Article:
In late July 2013, a tour bus carrying 33 people was swept up while traveling down a flooded road. The bus was carried 300 yards (270 m) before it was tipped on to its side. Occupants of the bus were able to escape to safety before rescue teams arrived. Because the area was under a flash flood warning at the time, the driver of the bus potentially faced charges under the Stupid Motorist Law. [6] This incident took place in NW Arizona, in the small community of Dolan Springs.[ citation needed ]

Statute

The law reads exactly:

28-910. Liability for emergency responses in flood areas; definitions

A. A driver of a vehicle who drives the vehicle on a public street or highway that is temporarily covered by a rise in water level, including groundwater or overflow of water, and that is barricaded because of flooding, is liable for the expenses of any emergency response that is required to remove from the public street or highway the driver or any passenger in the vehicle that becomes inoperable on the public street or highway or the vehicle that becomes inoperable on the public street or highway, or both.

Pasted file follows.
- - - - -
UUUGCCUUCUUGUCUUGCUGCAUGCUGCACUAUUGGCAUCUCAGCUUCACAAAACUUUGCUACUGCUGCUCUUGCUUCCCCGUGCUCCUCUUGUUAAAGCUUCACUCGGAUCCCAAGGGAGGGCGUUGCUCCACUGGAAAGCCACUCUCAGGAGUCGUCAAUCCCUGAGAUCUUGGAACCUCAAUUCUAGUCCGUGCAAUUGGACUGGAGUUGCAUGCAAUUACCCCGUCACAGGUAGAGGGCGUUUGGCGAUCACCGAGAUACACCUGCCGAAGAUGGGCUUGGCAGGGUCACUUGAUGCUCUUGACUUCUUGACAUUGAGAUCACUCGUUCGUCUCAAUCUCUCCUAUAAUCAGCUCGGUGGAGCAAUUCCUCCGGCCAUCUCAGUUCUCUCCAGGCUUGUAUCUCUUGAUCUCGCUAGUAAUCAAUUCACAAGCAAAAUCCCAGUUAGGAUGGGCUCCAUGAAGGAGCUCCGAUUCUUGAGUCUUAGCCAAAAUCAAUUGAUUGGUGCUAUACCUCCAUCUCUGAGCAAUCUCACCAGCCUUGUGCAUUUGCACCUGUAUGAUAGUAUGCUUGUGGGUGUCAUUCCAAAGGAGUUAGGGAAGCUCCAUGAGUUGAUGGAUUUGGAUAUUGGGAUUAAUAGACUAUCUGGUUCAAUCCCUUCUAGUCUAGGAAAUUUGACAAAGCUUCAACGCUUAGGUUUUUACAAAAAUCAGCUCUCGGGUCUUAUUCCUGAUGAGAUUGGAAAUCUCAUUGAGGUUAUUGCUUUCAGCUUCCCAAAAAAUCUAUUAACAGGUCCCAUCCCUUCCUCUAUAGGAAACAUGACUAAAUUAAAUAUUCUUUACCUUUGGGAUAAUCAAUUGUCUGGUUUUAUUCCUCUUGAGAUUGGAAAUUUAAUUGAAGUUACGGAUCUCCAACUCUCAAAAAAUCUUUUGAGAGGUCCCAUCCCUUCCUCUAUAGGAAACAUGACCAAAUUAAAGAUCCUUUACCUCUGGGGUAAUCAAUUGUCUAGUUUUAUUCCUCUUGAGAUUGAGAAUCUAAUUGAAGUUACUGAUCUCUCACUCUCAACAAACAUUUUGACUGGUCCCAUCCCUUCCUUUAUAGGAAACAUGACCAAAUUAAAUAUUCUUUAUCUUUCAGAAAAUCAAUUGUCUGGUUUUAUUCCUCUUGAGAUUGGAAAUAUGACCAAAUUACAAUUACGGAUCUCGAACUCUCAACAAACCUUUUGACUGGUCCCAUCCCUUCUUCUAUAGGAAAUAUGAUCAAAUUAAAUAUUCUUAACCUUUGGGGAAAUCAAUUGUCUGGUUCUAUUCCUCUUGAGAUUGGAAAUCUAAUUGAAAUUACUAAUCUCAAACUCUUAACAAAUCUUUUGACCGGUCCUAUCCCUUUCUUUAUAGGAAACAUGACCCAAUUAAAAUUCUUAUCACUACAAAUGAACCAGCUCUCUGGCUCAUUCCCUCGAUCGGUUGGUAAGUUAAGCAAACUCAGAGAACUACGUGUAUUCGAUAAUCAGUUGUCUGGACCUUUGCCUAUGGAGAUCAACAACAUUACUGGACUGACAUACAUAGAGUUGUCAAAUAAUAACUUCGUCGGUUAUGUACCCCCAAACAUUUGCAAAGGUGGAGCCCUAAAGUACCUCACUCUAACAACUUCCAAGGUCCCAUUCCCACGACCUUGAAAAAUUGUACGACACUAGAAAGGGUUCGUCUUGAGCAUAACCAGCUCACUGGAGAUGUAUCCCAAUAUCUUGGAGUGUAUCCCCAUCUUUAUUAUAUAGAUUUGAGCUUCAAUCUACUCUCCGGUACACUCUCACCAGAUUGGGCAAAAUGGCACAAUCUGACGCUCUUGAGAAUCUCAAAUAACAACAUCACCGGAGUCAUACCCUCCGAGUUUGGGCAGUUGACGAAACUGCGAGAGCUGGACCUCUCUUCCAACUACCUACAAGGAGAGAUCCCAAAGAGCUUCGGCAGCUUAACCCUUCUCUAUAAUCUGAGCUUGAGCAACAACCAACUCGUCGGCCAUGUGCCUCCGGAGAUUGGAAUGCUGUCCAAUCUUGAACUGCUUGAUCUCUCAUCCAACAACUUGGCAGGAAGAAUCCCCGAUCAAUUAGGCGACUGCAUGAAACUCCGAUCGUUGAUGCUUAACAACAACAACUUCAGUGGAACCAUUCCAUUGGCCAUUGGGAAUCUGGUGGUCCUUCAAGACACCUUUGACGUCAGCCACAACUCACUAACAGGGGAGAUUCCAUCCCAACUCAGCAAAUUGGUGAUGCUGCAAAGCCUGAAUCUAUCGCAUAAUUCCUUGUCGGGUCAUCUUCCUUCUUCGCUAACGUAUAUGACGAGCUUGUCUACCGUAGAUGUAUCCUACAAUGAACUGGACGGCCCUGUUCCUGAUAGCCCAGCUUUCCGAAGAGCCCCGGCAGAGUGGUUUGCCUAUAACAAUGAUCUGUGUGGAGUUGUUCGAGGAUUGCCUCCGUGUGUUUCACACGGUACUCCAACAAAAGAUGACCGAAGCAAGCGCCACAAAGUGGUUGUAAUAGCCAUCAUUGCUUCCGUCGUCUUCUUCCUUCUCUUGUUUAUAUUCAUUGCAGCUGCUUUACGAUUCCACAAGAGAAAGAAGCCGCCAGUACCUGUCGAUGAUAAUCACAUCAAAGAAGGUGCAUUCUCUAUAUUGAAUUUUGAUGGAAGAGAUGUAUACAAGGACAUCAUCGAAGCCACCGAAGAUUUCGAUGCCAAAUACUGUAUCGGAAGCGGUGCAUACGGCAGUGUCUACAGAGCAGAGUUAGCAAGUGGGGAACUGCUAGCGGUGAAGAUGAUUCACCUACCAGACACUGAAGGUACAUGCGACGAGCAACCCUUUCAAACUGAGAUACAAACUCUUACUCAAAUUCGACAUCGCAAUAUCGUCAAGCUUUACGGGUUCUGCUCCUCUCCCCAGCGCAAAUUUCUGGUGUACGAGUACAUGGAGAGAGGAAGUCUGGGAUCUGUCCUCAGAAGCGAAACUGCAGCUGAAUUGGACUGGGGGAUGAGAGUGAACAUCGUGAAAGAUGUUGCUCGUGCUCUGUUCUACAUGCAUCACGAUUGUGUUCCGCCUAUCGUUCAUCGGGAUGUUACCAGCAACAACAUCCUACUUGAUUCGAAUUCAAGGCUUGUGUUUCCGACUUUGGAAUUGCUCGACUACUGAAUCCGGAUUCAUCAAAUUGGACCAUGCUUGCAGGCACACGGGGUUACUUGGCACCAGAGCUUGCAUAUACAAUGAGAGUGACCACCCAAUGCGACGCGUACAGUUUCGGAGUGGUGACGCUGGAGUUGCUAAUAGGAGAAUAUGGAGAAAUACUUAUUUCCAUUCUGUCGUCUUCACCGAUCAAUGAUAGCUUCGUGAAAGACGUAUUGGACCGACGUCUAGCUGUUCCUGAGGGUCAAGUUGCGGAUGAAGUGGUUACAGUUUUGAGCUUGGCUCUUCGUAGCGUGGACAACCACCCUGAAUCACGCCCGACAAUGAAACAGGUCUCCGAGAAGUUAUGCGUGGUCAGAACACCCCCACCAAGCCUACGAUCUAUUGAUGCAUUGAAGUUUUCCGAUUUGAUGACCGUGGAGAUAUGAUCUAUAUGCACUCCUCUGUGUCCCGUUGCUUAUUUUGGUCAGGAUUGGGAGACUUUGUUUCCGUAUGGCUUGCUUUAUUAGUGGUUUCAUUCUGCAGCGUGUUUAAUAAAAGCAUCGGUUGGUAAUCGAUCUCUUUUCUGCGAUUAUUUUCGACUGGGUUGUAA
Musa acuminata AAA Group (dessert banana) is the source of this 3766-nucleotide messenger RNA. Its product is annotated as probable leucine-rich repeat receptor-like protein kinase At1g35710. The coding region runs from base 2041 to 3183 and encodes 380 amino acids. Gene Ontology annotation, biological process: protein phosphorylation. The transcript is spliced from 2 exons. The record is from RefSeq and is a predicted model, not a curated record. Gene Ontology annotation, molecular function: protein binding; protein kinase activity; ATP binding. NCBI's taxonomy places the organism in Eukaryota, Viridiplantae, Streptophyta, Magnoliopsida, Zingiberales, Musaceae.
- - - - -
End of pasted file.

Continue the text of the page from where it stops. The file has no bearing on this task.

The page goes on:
B. A person convicted of violating section 28-693 for driving a vehicle into any area that is temporarily covered by a rise in water level, including groundwater or overflow of water, may be liable for expenses of any emergency response that is required to remove from the area the driver or any passenger in the vehicle that becomes inoperable in the area or the vehicle that becomes inoperable in the area, or both.

C. The expenses of an emergency response are a charge against the person liable for those expenses pursuant to subsection A or B of this section. The charge constitutes a debt of that person and may be collected proportionately by the public agencies, for-profit entities or not-for-profit entities that incurred the expenses. The person's liability for the expenses of an emergency response shall not exceed two thousand dollars for a single incident. The liability imposed under this section is in addition to and not in limitation of any other liability that may be imposed.